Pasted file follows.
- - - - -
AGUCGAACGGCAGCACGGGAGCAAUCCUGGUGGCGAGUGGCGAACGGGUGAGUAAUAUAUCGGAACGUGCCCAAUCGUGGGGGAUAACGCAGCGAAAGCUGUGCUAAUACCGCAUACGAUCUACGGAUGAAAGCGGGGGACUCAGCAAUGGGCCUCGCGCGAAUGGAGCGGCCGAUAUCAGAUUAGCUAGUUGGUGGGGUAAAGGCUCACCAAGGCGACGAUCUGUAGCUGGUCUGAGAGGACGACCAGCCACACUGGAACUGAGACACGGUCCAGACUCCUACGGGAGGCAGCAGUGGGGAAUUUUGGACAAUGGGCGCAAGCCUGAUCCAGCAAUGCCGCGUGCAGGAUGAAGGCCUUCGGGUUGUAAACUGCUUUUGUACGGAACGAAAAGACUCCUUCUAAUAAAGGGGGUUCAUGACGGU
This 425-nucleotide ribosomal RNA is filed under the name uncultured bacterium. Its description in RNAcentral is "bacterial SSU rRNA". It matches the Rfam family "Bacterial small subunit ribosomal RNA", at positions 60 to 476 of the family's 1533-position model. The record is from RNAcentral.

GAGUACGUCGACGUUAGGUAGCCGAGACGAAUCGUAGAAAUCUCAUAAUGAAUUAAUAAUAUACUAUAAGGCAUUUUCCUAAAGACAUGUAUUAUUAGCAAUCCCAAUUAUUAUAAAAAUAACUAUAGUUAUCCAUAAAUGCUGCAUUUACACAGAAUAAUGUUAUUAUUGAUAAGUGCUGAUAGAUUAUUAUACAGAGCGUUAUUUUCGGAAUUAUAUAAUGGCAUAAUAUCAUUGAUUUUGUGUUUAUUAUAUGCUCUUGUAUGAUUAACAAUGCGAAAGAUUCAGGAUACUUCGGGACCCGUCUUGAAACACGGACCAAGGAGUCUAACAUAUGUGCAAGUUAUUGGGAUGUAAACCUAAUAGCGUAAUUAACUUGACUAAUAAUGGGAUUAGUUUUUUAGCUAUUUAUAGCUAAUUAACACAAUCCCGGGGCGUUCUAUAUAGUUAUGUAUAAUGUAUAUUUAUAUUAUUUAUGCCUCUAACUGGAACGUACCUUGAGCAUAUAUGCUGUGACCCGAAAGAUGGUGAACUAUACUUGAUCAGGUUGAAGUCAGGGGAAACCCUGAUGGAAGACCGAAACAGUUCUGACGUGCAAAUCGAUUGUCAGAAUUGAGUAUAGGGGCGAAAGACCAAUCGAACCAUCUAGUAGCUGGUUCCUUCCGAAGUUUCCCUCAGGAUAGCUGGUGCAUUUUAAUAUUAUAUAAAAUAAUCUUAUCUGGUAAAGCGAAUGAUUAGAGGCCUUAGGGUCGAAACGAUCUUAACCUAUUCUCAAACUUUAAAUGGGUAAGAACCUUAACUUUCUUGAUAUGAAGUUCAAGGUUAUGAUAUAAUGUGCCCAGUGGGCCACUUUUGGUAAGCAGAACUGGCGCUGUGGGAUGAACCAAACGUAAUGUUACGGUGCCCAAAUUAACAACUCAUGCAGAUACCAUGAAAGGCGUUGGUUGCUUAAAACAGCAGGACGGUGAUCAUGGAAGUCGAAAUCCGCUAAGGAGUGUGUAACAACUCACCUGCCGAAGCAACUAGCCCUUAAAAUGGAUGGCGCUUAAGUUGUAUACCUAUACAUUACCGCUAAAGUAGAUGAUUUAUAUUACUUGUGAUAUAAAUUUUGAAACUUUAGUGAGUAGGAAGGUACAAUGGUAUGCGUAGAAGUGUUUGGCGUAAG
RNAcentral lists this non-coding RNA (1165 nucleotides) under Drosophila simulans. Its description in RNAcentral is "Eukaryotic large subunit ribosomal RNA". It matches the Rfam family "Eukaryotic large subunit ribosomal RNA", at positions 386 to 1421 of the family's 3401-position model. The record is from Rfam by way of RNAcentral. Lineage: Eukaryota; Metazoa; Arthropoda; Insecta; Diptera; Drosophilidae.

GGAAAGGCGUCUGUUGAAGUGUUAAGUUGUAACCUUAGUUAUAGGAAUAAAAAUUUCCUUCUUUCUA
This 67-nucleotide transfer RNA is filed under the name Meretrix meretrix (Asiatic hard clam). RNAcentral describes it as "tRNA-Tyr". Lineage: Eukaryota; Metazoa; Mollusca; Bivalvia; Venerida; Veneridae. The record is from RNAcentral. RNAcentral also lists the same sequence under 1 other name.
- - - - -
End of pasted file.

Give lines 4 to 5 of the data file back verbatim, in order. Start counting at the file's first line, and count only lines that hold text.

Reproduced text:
RNAcentral lists this non-coding RNA (1165 nucleotides) under Drosophila simulans. Its description in RNAcentral is "Eukaryotic large subunit ribosomal RNA". It matches the Rfam family "Eukaryotic large subunit ribosomal RNA", at positions 386 to 1421 of the family's 3401-position model. The record is from Rfam by way of RNAcentral. Lineage: Eukaryota; Metazoa; Arthropoda; Insecta; Diptera; Drosophilidae.

GGAAAGGCGUCUGUUGAAGUGUUAAGUUGUAACCUUAGUUAUAGGAAUAAAAAUUUCCUUCUUUCUA